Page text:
Towards the end of my pregnancy, I started to struggle to travel to work five days a week on top of working full time, and my company kindly said I could start to work from home a few days a week, which was a huge relief.
To start with, I struggled to get it right, but soon put some rules into place which meant that I think I was more effective working at home than I was in the office sometimes, and I wanted to share them with you.
1) Do the washing up the night before
My kitchen is part of my lounge/office space, and being a bit of a clean freak, it is nigh on impossible to ignore last night’s washing up while sitting at my desk.
Try to remove all housework distractions before you go to bed, so that you have a clear working space for the morning.
2) Have a shower and get dressed
If you’re not going out all day, I’m not suggesting that you need to put a full face of make up and a suit on, but bleary eyed in your PJs is not conducive to a work frame of mind. Trust me, I tried, and all I wanted was a nap.
3) Set working hours
I was working full time and had no children at home, but being quite strict about working hours really helped me. To start with, I would quite often still be at my laptop at 7pm when Mr M came home and I should have been finished by 5pm.
Although I thought I was working hard, sitting at my desk for that long just made me less effective, and also meant I had cabin fever by the time I went back to the office. So I learned to shut down at 5pm and get out. I go to the stables, but even a walk around the block would create that mental break that you need in order to enjoy your evening.
I guess this isn’t as easy if you are working part time around child care, but perhaps if your little one naps at a similar time each day, or goes to nursery or nanny’s for a few hours, get your work in then, rather than putting that wash on, putting the hoover round etc.
4) Create a dedicated working space
We picked up a cheap desk and chair from Ikea, where I have everything I need for a day’s work, and I don’t move from there. In bed, on the sofa, in the garden… Apart from giving you terrible back ache after a while, your brain just won’t be in work mode.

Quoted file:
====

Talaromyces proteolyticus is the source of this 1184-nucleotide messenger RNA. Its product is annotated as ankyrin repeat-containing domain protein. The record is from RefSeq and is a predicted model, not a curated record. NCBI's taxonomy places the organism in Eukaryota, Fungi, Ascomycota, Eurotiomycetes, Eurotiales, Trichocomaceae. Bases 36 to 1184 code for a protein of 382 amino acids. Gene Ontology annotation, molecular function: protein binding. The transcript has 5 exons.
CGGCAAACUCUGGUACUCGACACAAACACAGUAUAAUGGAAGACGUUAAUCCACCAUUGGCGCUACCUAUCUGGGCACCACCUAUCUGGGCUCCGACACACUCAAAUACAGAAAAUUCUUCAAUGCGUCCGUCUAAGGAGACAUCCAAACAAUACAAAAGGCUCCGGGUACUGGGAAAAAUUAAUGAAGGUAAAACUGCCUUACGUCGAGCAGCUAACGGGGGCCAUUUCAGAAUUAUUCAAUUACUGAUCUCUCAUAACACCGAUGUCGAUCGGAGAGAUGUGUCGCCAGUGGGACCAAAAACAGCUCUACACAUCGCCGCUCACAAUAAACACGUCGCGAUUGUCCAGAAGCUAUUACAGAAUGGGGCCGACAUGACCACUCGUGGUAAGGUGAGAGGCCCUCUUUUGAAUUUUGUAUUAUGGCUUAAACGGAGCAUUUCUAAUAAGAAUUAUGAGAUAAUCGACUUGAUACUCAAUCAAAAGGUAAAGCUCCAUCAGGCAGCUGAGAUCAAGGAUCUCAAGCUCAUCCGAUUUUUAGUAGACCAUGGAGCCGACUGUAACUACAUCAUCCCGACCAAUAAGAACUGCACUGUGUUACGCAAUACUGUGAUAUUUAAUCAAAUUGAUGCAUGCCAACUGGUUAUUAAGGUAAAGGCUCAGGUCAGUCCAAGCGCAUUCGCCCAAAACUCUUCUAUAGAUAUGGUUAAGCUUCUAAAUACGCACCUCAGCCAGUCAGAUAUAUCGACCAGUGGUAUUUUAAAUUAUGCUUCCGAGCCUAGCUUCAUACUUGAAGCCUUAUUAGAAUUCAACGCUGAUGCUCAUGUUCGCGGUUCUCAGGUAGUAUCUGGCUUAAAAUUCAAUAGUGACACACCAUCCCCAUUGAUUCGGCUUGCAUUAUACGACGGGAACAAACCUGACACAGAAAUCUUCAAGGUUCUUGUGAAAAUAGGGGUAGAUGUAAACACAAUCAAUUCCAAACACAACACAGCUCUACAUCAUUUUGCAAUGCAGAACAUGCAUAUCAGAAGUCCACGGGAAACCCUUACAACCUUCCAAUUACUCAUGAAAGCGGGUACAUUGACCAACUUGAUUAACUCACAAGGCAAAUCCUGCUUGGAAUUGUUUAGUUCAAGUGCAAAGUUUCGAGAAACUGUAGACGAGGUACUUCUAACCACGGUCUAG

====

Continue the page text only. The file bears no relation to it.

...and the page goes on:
5) Try not to tell too many people you are working from home
People who don’t work from home don’t get it. I stupidly told friends when I was given the permission to work from home, and the majority of them just thought I was not working. ‘Do you fancy lunch today honey?’ ‘Are you home today, can I pop in for coffee?’ texts came flooding in from day one.
Eventually I had to explain that I work from 9am to 5pm and just as they wouldn’t visit the office for a coffee, they couldn’t really come to my flat during working hours.
5) Have regular breaks
Office life gives you natural breaks when your colleagues start up a conversation about One Born Every Minute last night, or you get up to do the tea round. If you are on your own, you still need those natural breaks to keep your brain fresh and working, so get up and walk around the garden, or call your partner for a quick chat – anything to break up your day.
6) Turn the TV off
To start with, I constantly had the TV on as I thought it would keep me company and break the silence.
Then one day, I had turned it off for some reason and realised that I got so much more done that day. Your brain can’t focus on too much at once, and having This Morning on will keep drawing your concentration away from the task in hand.
Music streaming works for me, to break the silence, as there isn’t any chatter to distract, but experiment with the radio, playlists, nothing at all, to see how you work best.
Do you have any tips for working from home?